And, you know, you, you mentioned it's, you know, if I'm gonna send my son off to go work for a plant, I'm gonna wanna know that they're one of the safest places in the world to work, obviously. I care about him coming home. But I think a lot of companies that we work with have moved beyond compliance and, you know, despite, you know, the limitations there may be in some of those compliance schemes and things like that the regulatory landscape is now heating up. And it's also impacting the supply chain as well. There's, you know, regulations like the German Supply Chain Due Diligence Act, where now companies are responsible for digging into the supply chains to understand what's going on at those you know, as you look upstream in your manufacturing and you're looking to, to work with your component manufacturers and material manufacturers that are going in your finished products, you now have a responsibility in some jurisdictions to ensure that there are risk identification, risk mitigation plans in place in order to address these very real risks, not just within your own operations, but within your supply chain as well.

Tom Raftery: Okay. And those regulations are are increasing and in the EU and in the US I suspect there's, you gotta think, I mean, people always argue against regulation because they see it as an increased cost burden on businesses, you so for businesses, where does that kind of balance come out between spending more on keeping the workers safe and maybe spending a little less and, you know, keeping the costs down and being compliant. Donovan Hornsby: Yeah, that, that balance is something that we've, we always wrestle with. You know, I think , you know, there's always joke within industry that there's this thing they call the Brussels effect. And, you know, essentially it, it means that, , you know, all regulation kind of is born within the Europe and then it finds its way out into the other parts of the world.

We also, in US, we have the California effect. Essentially the same, the same principles. So whether it's coming outta Brussels or it's coming out of California, ultimately it's gonna find its way into your backyard. And, you know, the reality is the regulation drives a lot of this obviously. But I think a lot of folks don't realize that there's also market forces at work as well.

And so even if you don't have direct, regulatory obligations that you have to fulfill, your customers are gonna demand same of you ultimately, even if you don't have direct, because they might have direct regulatory obligations and they're gonna obviously push that into their supply chain as well. So, striking that balance, I mean, I think this is why folks have to go beyond compliance because ultimately you'll never, you're always trying to play catch up with the regulations. You're never gonna get there.

And so I think a lot of the more advanced, more pioneering companies are always trying to look ahead of this to see what can we do as a company, what can we do in terms of kind of a mission and programs and, you know, employee management systems. In order to ensure that no matter what happens in terms of regulation, we're gonna be one step ahead of the game. And I think if you put your employees first, employee safety is first. If you put the, the environmental stewardship of the communities and the areas where you work first, and those principles first, you're always gonna be ahead of regulation ultimately, but it is a balance and I think those that don't strike the right balance are gonna pay for it. And you hope they don't pay for it in terms of fines and penalties related to worker injuries or, you know, massive environmental disasters and things like that. But now, I mean, with CSRD and what you're seeing with a lot of the climate reporting and things.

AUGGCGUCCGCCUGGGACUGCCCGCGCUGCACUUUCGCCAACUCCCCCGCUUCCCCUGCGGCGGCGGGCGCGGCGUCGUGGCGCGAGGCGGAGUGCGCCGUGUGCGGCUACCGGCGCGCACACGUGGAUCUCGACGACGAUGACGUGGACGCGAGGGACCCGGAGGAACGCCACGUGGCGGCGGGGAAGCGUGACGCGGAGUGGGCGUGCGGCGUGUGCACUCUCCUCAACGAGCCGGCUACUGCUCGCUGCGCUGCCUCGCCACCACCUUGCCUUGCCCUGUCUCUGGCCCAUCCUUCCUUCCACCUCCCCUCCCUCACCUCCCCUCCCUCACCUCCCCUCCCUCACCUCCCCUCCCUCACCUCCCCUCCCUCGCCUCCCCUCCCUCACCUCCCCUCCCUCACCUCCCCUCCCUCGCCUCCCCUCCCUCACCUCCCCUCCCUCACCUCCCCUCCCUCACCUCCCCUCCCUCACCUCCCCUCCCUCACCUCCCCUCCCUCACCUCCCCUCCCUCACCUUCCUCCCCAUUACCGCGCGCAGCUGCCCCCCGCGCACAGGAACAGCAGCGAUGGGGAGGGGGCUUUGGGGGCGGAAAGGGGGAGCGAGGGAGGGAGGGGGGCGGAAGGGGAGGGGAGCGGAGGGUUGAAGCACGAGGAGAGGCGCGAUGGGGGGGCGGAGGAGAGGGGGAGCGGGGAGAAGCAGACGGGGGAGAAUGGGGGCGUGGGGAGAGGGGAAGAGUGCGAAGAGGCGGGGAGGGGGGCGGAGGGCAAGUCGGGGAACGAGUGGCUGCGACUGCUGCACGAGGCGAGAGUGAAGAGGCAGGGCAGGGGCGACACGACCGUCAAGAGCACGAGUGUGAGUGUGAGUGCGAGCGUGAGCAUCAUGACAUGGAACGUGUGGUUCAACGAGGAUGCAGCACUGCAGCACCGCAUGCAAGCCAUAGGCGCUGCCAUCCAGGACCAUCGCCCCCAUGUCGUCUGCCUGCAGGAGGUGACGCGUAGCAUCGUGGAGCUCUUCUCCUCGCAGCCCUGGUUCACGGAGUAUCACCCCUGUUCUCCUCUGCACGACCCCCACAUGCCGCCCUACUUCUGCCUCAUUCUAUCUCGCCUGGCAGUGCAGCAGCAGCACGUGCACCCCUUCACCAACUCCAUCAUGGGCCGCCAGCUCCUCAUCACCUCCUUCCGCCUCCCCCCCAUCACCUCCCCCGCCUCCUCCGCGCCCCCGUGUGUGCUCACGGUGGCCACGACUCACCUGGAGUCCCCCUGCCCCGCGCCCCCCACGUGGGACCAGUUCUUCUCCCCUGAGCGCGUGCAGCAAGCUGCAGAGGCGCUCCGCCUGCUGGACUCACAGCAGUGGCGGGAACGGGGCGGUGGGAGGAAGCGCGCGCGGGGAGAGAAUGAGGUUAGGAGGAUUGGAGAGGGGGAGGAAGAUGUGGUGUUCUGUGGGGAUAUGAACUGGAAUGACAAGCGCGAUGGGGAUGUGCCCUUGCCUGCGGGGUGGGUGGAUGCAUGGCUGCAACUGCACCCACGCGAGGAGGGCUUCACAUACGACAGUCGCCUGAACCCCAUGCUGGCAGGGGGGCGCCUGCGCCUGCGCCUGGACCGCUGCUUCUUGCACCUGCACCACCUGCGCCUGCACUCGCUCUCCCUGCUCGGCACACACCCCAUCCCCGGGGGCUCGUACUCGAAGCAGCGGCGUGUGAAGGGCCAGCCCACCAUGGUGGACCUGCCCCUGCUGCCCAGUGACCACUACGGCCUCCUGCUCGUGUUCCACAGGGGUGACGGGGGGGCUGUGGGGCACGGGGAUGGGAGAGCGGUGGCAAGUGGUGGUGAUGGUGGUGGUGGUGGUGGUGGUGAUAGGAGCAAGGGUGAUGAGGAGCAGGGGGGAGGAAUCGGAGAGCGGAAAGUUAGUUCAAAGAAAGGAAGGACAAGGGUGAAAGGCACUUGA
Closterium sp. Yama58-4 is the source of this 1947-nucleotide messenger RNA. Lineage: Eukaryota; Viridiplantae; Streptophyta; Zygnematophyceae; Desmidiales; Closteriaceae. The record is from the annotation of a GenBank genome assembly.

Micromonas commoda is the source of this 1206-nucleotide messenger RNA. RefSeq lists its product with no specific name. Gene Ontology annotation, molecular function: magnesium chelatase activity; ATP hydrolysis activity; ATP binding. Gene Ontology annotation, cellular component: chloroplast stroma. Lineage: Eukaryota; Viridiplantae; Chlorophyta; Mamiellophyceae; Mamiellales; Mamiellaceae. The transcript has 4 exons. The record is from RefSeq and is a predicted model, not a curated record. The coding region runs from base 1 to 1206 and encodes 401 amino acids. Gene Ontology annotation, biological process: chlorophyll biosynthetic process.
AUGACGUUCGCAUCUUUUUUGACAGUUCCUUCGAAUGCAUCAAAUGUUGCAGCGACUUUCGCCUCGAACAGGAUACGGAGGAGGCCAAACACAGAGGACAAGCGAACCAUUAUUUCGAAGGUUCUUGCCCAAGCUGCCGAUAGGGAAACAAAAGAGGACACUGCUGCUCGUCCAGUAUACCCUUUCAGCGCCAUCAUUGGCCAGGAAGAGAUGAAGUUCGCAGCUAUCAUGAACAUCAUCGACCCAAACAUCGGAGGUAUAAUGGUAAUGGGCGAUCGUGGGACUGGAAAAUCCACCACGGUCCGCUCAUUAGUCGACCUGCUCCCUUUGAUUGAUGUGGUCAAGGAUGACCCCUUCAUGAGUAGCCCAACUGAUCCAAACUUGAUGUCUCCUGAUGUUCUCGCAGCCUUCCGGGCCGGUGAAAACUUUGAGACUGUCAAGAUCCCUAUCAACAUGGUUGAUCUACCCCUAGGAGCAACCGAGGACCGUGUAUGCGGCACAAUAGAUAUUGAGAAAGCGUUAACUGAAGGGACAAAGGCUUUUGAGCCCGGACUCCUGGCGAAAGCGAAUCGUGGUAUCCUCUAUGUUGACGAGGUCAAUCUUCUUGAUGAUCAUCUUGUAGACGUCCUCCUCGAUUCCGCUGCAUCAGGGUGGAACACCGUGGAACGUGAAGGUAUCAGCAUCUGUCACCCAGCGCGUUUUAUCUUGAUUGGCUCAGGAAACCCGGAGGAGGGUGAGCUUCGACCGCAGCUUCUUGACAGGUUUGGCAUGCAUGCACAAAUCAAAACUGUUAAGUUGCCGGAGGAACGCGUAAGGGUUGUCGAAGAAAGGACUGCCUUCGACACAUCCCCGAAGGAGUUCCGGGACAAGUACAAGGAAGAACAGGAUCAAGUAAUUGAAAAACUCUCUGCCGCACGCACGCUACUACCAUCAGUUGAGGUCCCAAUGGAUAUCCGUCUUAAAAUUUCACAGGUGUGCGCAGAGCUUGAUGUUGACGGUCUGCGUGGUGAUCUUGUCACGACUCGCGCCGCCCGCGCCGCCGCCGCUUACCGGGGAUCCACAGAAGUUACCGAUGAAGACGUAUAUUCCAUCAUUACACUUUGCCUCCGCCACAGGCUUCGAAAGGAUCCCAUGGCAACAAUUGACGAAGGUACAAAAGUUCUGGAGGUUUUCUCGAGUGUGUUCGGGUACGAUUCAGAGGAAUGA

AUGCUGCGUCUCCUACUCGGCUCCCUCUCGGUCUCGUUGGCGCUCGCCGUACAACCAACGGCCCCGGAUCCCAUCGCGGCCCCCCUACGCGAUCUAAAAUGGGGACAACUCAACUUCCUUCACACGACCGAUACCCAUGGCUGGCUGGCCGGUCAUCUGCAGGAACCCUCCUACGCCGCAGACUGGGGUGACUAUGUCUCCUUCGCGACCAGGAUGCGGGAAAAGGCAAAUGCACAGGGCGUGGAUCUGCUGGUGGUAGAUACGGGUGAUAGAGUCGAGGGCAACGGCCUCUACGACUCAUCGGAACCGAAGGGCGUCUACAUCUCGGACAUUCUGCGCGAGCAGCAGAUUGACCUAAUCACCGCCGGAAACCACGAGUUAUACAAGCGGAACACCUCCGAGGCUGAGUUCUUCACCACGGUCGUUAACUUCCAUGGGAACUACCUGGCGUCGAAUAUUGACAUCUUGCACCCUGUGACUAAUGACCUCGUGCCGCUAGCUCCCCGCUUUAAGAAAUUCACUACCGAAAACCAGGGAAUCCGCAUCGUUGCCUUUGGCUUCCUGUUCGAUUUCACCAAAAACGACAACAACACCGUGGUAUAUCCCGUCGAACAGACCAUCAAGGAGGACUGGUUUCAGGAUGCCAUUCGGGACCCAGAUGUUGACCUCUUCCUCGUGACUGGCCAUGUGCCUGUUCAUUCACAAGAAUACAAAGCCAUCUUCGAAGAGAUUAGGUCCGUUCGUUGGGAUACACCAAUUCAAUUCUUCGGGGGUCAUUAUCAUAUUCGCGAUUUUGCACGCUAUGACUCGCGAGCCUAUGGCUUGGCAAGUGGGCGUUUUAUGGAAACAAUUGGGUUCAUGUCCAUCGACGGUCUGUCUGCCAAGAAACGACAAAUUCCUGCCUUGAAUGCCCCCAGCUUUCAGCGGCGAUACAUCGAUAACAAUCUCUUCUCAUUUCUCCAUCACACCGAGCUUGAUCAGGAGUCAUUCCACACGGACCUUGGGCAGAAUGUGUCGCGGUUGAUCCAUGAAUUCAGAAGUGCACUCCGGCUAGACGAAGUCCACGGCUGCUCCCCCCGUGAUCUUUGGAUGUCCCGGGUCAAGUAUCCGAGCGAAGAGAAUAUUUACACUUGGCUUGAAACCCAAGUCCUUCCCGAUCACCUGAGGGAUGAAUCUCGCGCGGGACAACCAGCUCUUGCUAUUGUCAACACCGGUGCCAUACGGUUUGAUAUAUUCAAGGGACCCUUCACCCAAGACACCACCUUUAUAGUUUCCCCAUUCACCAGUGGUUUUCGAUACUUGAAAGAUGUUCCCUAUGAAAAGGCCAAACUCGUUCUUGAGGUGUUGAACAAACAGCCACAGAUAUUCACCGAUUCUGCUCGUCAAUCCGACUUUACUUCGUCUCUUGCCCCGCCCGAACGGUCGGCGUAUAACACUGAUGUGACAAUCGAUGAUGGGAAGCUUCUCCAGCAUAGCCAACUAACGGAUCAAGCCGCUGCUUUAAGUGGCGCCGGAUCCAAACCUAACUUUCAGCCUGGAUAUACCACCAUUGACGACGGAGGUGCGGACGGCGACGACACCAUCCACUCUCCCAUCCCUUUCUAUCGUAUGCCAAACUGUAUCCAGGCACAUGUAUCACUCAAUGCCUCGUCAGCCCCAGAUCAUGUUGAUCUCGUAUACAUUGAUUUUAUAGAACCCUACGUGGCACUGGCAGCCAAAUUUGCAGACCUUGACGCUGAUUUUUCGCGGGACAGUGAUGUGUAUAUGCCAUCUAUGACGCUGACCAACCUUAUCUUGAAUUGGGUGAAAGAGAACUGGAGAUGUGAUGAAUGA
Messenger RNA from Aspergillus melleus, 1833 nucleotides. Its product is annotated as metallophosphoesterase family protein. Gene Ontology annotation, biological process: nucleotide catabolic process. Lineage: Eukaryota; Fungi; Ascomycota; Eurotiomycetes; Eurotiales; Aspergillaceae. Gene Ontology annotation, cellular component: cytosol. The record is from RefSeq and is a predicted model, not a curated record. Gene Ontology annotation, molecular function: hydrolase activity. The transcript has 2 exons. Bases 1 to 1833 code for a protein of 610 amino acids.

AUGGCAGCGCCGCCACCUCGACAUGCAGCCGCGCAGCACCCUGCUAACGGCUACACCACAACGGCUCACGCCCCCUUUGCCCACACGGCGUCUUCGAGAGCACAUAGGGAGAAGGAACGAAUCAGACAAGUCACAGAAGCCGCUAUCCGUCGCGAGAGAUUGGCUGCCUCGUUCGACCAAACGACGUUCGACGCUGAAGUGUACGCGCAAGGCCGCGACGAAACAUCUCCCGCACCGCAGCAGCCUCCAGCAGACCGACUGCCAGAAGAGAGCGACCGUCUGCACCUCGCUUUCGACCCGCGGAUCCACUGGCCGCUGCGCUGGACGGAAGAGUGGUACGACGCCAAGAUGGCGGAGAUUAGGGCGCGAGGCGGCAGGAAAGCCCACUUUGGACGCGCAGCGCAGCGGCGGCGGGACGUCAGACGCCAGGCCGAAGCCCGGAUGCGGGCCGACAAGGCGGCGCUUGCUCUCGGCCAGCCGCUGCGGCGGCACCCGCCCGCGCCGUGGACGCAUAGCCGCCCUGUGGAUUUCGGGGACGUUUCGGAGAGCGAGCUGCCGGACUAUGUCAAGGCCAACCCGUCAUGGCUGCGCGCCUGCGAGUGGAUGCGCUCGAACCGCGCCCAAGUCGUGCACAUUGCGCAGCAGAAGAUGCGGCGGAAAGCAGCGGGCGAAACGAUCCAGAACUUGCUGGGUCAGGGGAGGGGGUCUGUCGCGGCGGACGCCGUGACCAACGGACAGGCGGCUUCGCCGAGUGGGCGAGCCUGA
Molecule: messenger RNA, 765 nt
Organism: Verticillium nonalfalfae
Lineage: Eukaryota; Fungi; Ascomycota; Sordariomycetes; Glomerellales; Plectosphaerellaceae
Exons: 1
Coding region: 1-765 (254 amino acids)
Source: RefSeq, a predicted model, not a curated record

You're now paying fines if you make claims on your website that you can't back up and, and validate through third party. And so the, the stakes are very real now, and the cost of non-compliance or even the, the cost of talking about things you can't back up has increased tremendously. Tom Raftery: Yeah, I was just gonna ask about that actually.

Greenwashing is the term that has kind of become quite common and quite used. It's come to the fore in the last few years. How do I know whether or not a company is greenwashing or in in a risk environment, you know, saying that their workers are more protected than they are? Donovan Hornsby: Yeah, that's a, that's a good question. And there's even, you know, this, this terrible trend that we're starting to see now too with certain companies where you know, it used to be that you have the more pioneering companies. They put out a bold statement.

You know, I think you have a, a sister podcast that you do around climates, and I'm sure you've covered this topic before, but it used to be that you had these more pioneering companies that would put out a commitment to net zero by 2030 or what have you. And you could do that and you could choose not to deliver on it. And it was fine, but you got the marketing benefit out of it for sure. Nowadays I think some companies, you're starting to hear about this.

Are now kind of pulling back on some of those claims they're making publicly and on their websites, because they don't wanna be a target for somebody digging into and trying to validate what they're doing. But I think your, your question, to answer your question, I think this is where the regulation comes in because with CSRD and I know within the US we have there's a proposed rule with the SEC that has not been finalized yet, but it's, you know, it's along the same lines as what the CSRD is doing when it comes to identifying, you know, climate related risks and mitigation and things like that, the level of detail that's required in this, in this reporting is pretty substantial. And it also now requires, as part of that obligation, third party validation. So now you have an independent third party that's supposed to come in, take a look at this, validate it. And this is really, you know, a lot of the work that we do.